Rav Yitzchak Dov Halevi Bamberger, The Würzburger Rav.

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Seligmann Bär (Dov) Bamberger, Rabbi

Hebrew: יצחק דוב זליגמן בער במברגר, יצחק דב במברגר
Also Known As: "Seligman Baer Bamberger"
Birthdate: (70)
Birthplace: Wiesenbronn, Lower Franconia, Bavaria, Germany
Death: October 13, 1878 (70)
Würzburg, Lower Franconia, Bavaria, Germany (Heartattack)
Place of Burial: Höchberg, Lower Franconia, Bavaria, Germany
Immediate Family:

Son of Shimon Simcha Bamberger (Wiesenbronn) and Judith Bamberger
Husband of Kela Bamberger
Father of Salomon Shlomo Zalman Bamberger; Rahel Fromm; Rabbi Simcha Bamberger, ABD Aschaffenburg; Rabbi Moses Löb Bamberger; Judith Adler and 4 others

Occupation: Rav of Wurzberg, רב העיר ווירצבורג גרמניה
Managed by: Private User
Last Updated:

About Rav Yitzchak Dov Halevi Bamberger, The Würzburger Rav.

https://de.wikipedia.org/wiki/Seligmann_B%C3%A4r_Bamberger

htttp://www.hebrewbooks.org/36017

http://www.hebrewbooks.org/pdfpager.aspx?req=33252&st=&pgnum=31

יצחק דב במברגר Seligman Baer (also known by his Hebrew name Yitzchak Dov) Bamberger , was one of the nineteenth century's greatest Torah luminaries, reverently referred to by his position, as the venerable Würzburger Rav.

Rav Yitzchack was (born Wiesenbronn, near Kitzingen, Bavaria, 6 November 1807; died Würzburg 13 October 1878) was a Talmudist and a leader of Orthodox Judaism in Germany.

Between 1840 and his death he served as rabbi of Würzburg, and is therefore often referred to by his position as the Würzburger Rav.

He commenced his yeshiva studies in Fürth at the age of fifteen, under Rabbis Wolf Hamburger and Judah Leib Halberstadt. Five years later he received semicha (rabbinic ordination), but did not enter the rabbinate, choosing instead to open a general business store in Kitzingen. He married two years later, to the daughter of Rabbi Seckel Wormser of Fulda. The store was not successful (possibly because Bamberger preferred to spend as much time as possible studying Talmud).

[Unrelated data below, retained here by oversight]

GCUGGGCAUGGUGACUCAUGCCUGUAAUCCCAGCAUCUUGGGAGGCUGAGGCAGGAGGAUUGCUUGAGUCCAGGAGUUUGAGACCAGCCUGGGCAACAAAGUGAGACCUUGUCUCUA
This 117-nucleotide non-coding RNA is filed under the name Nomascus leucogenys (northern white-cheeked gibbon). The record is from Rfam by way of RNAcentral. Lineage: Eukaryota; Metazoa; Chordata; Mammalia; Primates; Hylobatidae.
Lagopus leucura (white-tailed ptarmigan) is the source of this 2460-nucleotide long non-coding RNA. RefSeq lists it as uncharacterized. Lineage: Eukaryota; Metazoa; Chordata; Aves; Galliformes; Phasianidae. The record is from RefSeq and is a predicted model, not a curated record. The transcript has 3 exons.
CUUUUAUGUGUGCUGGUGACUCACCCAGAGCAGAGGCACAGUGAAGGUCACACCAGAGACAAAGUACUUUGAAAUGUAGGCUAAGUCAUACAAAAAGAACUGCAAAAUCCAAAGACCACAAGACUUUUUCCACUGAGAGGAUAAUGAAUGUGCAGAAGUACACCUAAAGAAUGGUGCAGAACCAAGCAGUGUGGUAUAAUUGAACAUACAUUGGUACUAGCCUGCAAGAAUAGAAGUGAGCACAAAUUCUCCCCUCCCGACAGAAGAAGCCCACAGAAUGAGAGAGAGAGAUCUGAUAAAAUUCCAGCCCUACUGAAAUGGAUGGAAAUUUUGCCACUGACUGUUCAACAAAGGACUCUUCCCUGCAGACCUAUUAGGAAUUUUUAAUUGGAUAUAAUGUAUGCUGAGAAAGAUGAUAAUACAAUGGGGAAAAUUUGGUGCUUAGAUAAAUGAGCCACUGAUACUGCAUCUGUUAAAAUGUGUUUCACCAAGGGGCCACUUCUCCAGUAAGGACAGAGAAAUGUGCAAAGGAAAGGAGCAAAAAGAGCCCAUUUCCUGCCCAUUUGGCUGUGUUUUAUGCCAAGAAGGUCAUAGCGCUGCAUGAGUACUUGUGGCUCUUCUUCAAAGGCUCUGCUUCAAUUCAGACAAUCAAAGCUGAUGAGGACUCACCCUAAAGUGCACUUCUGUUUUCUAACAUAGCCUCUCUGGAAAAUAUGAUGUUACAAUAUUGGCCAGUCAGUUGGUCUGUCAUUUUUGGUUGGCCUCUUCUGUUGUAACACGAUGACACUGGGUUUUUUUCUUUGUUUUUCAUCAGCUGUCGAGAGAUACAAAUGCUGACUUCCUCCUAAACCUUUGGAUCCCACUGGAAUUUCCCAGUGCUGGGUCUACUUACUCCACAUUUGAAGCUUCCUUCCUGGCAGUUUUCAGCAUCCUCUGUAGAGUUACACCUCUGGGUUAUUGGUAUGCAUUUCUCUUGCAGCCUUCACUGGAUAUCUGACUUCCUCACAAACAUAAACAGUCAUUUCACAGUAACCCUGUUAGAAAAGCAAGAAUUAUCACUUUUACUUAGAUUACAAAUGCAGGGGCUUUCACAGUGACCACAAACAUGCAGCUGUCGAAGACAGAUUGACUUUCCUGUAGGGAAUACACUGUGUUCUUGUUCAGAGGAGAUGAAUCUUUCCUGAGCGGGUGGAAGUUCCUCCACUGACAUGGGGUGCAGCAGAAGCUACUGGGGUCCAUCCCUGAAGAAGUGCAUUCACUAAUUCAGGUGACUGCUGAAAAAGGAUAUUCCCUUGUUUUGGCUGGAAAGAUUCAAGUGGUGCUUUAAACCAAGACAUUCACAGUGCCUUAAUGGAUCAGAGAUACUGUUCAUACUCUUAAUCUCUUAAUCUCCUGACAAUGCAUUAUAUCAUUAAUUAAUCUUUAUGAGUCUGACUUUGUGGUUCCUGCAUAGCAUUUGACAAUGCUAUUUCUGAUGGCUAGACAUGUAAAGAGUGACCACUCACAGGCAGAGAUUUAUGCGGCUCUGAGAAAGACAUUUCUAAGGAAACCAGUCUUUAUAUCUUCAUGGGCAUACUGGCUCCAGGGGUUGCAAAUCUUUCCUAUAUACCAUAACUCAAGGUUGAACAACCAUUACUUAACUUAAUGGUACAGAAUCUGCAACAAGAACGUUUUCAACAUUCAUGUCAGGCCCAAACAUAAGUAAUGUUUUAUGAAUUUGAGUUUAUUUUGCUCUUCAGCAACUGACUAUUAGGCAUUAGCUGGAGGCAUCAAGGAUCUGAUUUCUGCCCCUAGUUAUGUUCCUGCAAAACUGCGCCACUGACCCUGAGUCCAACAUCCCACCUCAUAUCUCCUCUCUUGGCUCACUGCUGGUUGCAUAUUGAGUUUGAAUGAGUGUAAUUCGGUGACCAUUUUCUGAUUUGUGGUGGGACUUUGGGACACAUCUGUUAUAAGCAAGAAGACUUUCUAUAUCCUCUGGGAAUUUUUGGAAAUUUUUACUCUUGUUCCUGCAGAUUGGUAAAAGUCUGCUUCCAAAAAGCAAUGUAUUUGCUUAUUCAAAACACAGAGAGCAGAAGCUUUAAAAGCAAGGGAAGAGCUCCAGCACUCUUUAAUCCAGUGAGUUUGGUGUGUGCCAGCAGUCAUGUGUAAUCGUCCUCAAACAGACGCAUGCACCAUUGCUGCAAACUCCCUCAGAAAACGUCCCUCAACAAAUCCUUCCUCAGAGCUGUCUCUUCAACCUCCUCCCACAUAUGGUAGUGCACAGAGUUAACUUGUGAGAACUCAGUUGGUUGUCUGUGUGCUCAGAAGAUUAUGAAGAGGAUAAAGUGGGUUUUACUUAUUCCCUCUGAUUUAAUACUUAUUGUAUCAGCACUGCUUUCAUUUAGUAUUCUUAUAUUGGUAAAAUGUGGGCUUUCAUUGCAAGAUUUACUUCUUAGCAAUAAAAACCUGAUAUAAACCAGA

In 1838 he represented the Orthodox camp at a conference instigated by the Bavarian government at which several reform-minded notables had hoped to bring about changes in the organisation of the Jewish communities. As a result of his success at this conference he was invited to succeed Rabbi Abraham Bing as rabbi of Würzburg.

In Würzburg he rapidly opened a yeshiva. In 1855 he opened an elementary school, the first of its kind in Germany (previously children had been instructed in small synagogue schools). In 1864, after a two-year preparation, he also opened a seminary specifically for the training of teachers of Jewish subjects, of which there was a shortage in Germany.

]Works

Bamberger was one of the last rabbinical writers in Germany. His first work was Melecheth Shamayim (The Work of the Heaven, Altona, 1853, a reference to Babylonian Talmud, Eruvin 13a) on the laws pertaining to Torah scrolls, tefillin (phylacteries) and mezuzot (door scrolls).

A work first published in 1858 titled

"Amirah le-Beth Ya'akov" (Words to the House of Jacob, a reference to Exodus 19:2 and Rashi's commentary there) deals with the three areas of practical Jewish law pertaining specifically to women: niddah (separation during menstruation), challah (a tithe from dough) and the lighting of candles on the night of the Shabbat. It has been widely translated and is still in use today.

"Moreh la-Zovechim" (Teacher for those who bring Sacrifices, 1863) deals with the practical laws of shechita (ritual slaughter).

"Nachalath Devash" (An Inheritance of Honey, 1867) deals primarily with the halizah ritual, and his work Yitzchak Yeranen (Isaac will Rejoice, 1861-2, a reference to the Sabbath afternoon prayers) is a commentary on Shaarei Simcha by Rabbi Yehuda ibn Gayat.

"Koreh be-Emeth" (Reading in Truth, 1871 and 1879, a reference to Psalms 145:18) addresses Torah exegesis where Talmud or Midrash use changes in letters to derive meanings from particular words.

In 1850 he published a pamphlet outlining the attitude towards non-Jews in the Talmud. This was intended to inform a debate in the Bavarian parliament on civil rights for the Jews.

The Austrittsgesetz